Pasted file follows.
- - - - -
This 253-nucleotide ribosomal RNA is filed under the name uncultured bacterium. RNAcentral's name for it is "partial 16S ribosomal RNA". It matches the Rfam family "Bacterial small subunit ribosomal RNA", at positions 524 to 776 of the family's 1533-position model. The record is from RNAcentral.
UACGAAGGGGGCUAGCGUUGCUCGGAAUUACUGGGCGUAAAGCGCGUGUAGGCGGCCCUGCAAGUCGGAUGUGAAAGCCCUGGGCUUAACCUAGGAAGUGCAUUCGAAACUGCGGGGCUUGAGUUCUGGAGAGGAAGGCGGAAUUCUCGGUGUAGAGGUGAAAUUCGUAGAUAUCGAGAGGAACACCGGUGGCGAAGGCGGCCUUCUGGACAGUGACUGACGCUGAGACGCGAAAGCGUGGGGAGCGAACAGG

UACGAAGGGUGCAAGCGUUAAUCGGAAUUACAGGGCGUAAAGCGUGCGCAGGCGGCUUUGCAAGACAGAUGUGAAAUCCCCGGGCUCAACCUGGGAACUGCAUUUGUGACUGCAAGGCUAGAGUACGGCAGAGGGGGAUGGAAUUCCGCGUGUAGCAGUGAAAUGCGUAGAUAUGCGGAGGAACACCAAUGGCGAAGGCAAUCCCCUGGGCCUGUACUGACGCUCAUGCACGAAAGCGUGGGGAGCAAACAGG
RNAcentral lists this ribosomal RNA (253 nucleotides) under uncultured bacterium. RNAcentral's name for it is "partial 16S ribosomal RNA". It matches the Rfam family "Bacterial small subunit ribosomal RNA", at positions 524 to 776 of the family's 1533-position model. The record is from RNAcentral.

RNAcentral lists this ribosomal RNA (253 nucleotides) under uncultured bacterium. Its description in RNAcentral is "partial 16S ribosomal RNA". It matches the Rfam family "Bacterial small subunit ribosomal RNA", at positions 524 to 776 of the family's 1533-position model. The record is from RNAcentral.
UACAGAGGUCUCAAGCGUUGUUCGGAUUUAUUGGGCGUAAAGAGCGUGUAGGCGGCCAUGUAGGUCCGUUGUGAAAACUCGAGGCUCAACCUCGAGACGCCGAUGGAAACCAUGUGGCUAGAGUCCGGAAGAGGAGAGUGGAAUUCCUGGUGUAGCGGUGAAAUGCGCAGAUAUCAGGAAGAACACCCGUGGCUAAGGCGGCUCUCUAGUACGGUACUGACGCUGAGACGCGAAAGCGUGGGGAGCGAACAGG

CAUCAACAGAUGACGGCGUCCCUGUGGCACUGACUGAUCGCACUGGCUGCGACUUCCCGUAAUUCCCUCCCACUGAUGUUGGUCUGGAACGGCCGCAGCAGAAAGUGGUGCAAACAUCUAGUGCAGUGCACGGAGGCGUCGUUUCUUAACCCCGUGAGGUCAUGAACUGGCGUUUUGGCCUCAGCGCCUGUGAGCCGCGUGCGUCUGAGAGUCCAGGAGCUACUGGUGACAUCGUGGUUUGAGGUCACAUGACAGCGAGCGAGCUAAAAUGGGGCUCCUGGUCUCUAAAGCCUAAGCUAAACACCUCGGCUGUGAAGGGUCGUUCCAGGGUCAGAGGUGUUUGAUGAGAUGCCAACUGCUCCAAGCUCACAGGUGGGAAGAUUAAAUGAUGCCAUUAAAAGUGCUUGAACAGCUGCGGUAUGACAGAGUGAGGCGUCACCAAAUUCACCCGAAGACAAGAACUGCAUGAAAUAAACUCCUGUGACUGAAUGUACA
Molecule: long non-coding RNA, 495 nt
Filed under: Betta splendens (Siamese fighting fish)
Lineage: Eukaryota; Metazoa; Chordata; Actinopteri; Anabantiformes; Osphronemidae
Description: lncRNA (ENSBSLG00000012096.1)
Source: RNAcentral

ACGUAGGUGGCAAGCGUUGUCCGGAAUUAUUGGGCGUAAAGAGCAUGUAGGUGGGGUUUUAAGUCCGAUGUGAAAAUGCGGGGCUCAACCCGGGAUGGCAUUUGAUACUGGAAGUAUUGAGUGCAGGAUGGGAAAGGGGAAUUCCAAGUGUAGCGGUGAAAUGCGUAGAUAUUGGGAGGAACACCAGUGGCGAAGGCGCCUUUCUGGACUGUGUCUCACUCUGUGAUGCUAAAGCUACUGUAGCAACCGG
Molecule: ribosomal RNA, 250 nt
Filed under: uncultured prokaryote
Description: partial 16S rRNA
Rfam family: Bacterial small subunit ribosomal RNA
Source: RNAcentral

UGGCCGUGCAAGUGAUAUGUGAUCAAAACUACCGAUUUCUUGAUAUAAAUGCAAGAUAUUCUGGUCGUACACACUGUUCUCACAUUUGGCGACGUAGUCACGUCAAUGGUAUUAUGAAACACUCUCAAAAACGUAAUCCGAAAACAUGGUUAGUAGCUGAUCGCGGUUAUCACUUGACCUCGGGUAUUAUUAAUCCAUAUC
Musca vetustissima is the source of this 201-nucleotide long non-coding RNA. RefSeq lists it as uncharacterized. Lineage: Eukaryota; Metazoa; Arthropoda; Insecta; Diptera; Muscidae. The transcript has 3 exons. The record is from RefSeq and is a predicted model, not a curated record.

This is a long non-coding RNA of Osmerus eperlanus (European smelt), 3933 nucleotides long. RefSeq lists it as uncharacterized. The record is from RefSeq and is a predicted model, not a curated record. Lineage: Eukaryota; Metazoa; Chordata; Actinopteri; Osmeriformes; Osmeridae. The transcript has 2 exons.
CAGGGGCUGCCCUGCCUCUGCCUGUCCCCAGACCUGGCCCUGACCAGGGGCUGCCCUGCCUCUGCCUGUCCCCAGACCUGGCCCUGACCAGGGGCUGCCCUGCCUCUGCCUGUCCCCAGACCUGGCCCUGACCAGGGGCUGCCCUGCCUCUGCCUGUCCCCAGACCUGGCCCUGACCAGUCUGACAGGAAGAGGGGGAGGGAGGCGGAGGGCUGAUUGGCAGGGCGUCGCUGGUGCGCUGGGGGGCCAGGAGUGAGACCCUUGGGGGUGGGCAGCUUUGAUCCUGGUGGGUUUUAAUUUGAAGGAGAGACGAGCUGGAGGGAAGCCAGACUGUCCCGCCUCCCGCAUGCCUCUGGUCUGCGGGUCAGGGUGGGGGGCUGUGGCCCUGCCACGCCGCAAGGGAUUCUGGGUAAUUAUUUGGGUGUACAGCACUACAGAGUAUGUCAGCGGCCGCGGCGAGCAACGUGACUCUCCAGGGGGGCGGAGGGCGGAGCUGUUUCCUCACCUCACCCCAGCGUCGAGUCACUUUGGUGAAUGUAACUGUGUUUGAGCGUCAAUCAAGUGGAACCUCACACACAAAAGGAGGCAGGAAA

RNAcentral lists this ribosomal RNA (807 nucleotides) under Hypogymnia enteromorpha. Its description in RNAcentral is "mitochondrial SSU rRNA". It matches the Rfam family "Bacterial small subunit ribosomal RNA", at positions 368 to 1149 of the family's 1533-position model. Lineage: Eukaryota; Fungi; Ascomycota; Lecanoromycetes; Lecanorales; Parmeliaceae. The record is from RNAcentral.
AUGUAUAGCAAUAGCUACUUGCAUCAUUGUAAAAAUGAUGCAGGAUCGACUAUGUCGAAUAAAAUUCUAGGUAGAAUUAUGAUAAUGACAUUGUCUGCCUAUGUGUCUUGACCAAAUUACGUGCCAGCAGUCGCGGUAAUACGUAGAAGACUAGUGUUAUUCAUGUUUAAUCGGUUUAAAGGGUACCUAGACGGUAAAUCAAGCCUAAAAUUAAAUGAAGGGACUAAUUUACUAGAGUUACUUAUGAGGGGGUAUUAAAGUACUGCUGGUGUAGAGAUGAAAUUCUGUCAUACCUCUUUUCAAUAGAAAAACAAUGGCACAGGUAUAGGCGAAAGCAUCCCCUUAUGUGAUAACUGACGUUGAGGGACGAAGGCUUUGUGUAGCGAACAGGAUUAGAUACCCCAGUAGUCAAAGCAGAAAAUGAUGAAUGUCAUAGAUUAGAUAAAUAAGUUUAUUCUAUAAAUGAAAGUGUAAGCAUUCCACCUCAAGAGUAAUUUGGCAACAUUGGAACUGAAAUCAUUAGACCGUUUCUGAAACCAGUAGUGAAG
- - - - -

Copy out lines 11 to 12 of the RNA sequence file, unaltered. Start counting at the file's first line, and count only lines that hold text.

Description: lncRNA (ENSBSLG00000012096.1)
Source: RNAcentral